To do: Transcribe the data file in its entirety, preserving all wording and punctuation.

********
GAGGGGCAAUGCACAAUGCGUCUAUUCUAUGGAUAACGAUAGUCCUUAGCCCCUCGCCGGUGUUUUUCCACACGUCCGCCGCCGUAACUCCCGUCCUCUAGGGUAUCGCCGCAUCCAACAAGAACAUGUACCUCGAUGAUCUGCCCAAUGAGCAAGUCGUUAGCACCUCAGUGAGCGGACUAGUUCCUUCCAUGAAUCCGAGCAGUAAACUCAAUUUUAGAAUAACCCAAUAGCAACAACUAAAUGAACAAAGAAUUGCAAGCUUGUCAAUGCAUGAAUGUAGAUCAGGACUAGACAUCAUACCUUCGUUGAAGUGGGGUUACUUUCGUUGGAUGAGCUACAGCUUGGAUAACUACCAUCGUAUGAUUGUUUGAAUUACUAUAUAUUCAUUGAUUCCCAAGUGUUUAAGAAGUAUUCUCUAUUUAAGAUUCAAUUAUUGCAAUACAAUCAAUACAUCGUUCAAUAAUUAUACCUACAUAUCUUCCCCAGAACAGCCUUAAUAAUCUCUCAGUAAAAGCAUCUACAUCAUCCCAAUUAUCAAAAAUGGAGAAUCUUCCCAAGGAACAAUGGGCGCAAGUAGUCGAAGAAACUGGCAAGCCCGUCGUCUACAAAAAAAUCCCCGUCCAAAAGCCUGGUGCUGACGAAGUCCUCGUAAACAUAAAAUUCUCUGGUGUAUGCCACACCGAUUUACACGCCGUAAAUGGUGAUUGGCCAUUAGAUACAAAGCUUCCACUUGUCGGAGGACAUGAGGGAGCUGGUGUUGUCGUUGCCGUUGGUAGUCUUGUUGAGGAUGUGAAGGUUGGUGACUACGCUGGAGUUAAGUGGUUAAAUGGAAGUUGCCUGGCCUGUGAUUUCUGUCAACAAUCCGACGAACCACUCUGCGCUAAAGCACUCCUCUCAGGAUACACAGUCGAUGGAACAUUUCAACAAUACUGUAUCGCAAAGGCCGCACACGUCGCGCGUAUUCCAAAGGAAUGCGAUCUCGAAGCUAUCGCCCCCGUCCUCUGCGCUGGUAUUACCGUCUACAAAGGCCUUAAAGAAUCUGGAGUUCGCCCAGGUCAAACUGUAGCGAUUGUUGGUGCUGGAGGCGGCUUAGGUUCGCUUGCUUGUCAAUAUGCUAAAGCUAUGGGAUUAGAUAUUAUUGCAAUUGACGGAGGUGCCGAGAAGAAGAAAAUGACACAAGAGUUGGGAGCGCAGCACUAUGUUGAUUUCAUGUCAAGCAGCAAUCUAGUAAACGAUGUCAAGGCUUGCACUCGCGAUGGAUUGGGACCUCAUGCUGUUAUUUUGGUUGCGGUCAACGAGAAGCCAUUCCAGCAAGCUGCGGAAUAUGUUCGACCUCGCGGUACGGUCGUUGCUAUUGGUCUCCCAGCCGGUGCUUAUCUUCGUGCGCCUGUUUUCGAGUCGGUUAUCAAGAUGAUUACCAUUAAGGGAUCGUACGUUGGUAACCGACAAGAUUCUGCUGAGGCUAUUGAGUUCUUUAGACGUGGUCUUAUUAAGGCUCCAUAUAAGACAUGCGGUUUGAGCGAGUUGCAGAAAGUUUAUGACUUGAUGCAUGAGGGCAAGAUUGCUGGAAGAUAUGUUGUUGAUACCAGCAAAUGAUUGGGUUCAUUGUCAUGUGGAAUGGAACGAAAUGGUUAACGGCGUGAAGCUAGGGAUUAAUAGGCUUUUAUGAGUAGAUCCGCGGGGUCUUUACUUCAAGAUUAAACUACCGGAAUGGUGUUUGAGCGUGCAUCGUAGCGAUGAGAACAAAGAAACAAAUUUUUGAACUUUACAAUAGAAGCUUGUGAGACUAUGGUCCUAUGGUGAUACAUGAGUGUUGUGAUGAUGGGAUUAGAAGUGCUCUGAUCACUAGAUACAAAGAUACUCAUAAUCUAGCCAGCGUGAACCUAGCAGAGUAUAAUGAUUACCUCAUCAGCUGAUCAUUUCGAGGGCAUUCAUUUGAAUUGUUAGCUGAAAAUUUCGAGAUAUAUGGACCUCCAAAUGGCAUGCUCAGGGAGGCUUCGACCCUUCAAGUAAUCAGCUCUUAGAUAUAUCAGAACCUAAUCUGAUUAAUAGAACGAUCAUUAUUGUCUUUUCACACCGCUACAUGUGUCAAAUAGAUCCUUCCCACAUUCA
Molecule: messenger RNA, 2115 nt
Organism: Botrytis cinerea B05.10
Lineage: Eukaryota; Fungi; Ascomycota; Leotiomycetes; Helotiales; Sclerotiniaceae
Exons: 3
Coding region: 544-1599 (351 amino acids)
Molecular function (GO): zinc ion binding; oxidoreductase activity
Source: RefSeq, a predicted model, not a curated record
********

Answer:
GAGGGGCAAUGCACAAUGCGUCUAUUCUAUGGAUAACGAUAGUCCUUAGCCCCUCGCCGGUGUUUUUCCACACGUCCGCCGCCGUAACUCCCGUCCUCUAGGGUAUCGCCGCAUCCAACAAGAACAUGUACCUCGAUGAUCUGCCCAAUGAGCAAGUCGUUAGCACCUCAGUGAGCGGACUAGUUCCUUCCAUGAAUCCGAGCAGUAAACUCAAUUUUAGAAUAACCCAAUAGCAACAACUAAAUGAACAAAGAAUUGCAAGCUUGUCAAUGCAUGAAUGUAGAUCAGGACUAGACAUCAUACCUUCGUUGAAGUGGGGUUACUUUCGUUGGAUGAGCUACAGCUUGGAUAACUACCAUCGUAUGAUUGUUUGAAUUACUAUAUAUUCAUUGAUUCCCAAGUGUUUAAGAAGUAUUCUCUAUUUAAGAUUCAAUUAUUGCAAUACAAUCAAUACAUCGUUCAAUAAUUAUACCUACAUAUCUUCCCCAGAACAGCCUUAAUAAUCUCUCAGUAAAAGCAUCUACAUCAUCCCAAUUAUCAAAAAUGGAGAAUCUUCCCAAGGAACAAUGGGCGCAAGUAGUCGAAGAAACUGGCAAGCCCGUCGUCUACAAAAAAAUCCCCGUCCAAAAGCCUGGUGCUGACGAAGUCCUCGUAAACAUAAAAUUCUCUGGUGUAUGCCACACCGAUUUACACGCCGUAAAUGGUGAUUGGCCAUUAGAUACAAAGCUUCCACUUGUCGGAGGACAUGAGGGAGCUGGUGUUGUCGUUGCCGUUGGUAGUCUUGUUGAGGAUGUGAAGGUUGGUGACUACGCUGGAGUUAAGUGGUUAAAUGGAAGUUGCCUGGCCUGUGAUUUCUGUCAACAAUCCGACGAACCACUCUGCGCUAAAGCACUCCUCUCAGGAUACACAGUCGAUGGAACAUUUCAACAAUACUGUAUCGCAAAGGCCGCACACGUCGCGCGUAUUCCAAAGGAAUGCGAUCUCGAAGCUAUCGCCCCCGUCCUCUGCGCUGGUAUUACCGUCUACAAAGGCCUUAAAGAAUCUGGAGUUCGCCCAGGUCAAACUGUAGCGAUUGUUGGUGCUGGAGGCGGCUUAGGUUCGCUUGCUUGUCAAUAUGCUAAAGCUAUGGGAUUAGAUAUUAUUGCAAUUGACGGAGGUGCCGAGAAGAAGAAAAUGACACAAGAGUUGGGAGCGCAGCACUAUGUUGAUUUCAUGUCAAGCAGCAAUCUAGUAAACGAUGUCAAGGCUUGCACUCGCGAUGGAUUGGGACCUCAUGCUGUUAUUUUGGUUGCGGUCAACGAGAAGCCAUUCCAGCAAGCUGCGGAAUAUGUUCGACCUCGCGGUACGGUCGUUGCUAUUGGUCUCCCAGCCGGUGCUUAUCUUCGUGCGCCUGUUUUCGAGUCGGUUAUCAAGAUGAUUACCAUUAAGGGAUCGUACGUUGGUAACCGACAAGAUUCUGCUGAGGCUAUUGAGUUCUUUAGACGUGGUCUUAUUAAGGCUCCAUAUAAGACAUGCGGUUUGAGCGAGUUGCAGAAAGUUUAUGACUUGAUGCAUGAGGGCAAGAUUGCUGGAAGAUAUGUUGUUGAUACCAGCAAAUGAUUGGGUUCAUUGUCAUGUGGAAUGGAACGAAAUGGUUAACGGCGUGAAGCUAGGGAUUAAUAGGCUUUUAUGAGUAGAUCCGCGGGGUCUUUACUUCAAGAUUAAACUACCGGAAUGGUGUUUGAGCGUGCAUCGUAGCGAUGAGAACAAAGAAACAAAUUUUUGAACUUUACAAUAGAAGCUUGUGAGACUAUGGUCCUAUGGUGAUACAUGAGUGUUGUGAUGAUGGGAUUAGAAGUGCUCUGAUCACUAGAUACAAAGAUACUCAUAAUCUAGCCAGCGUGAACCUAGCAGAGUAUAAUGAUUACCUCAUCAGCUGAUCAUUUCGAGGGCAUUCAUUUGAAUUGUUAGCUGAAAAUUUCGAGAUAUAUGGACCUCCAAAUGGCAUGCUCAGGGAGGCUUCGACCCUUCAAGUAAUCAGCUCUUAGAUAUAUCAGAACCUAAUCUGAUUAAUAGAACGAUCAUUAUUGUCUUUUCACACCGCUACAUGUGUCAAAUAGAUCCUUCCCACAUUCA
Molecule: messenger RNA, 2115 nt
Organism: Botrytis cinerea B05.10
Lineage: Eukaryota; Fungi; Ascomycota; Leotiomycetes; Helotiales; Sclerotiniaceae
Exons: 3
Coding region: 544-1599 (351 amino acids)
Molecular function (GO): zinc ion binding; oxidoreductase activity
Source: RefSeq, a predicted model, not a curated record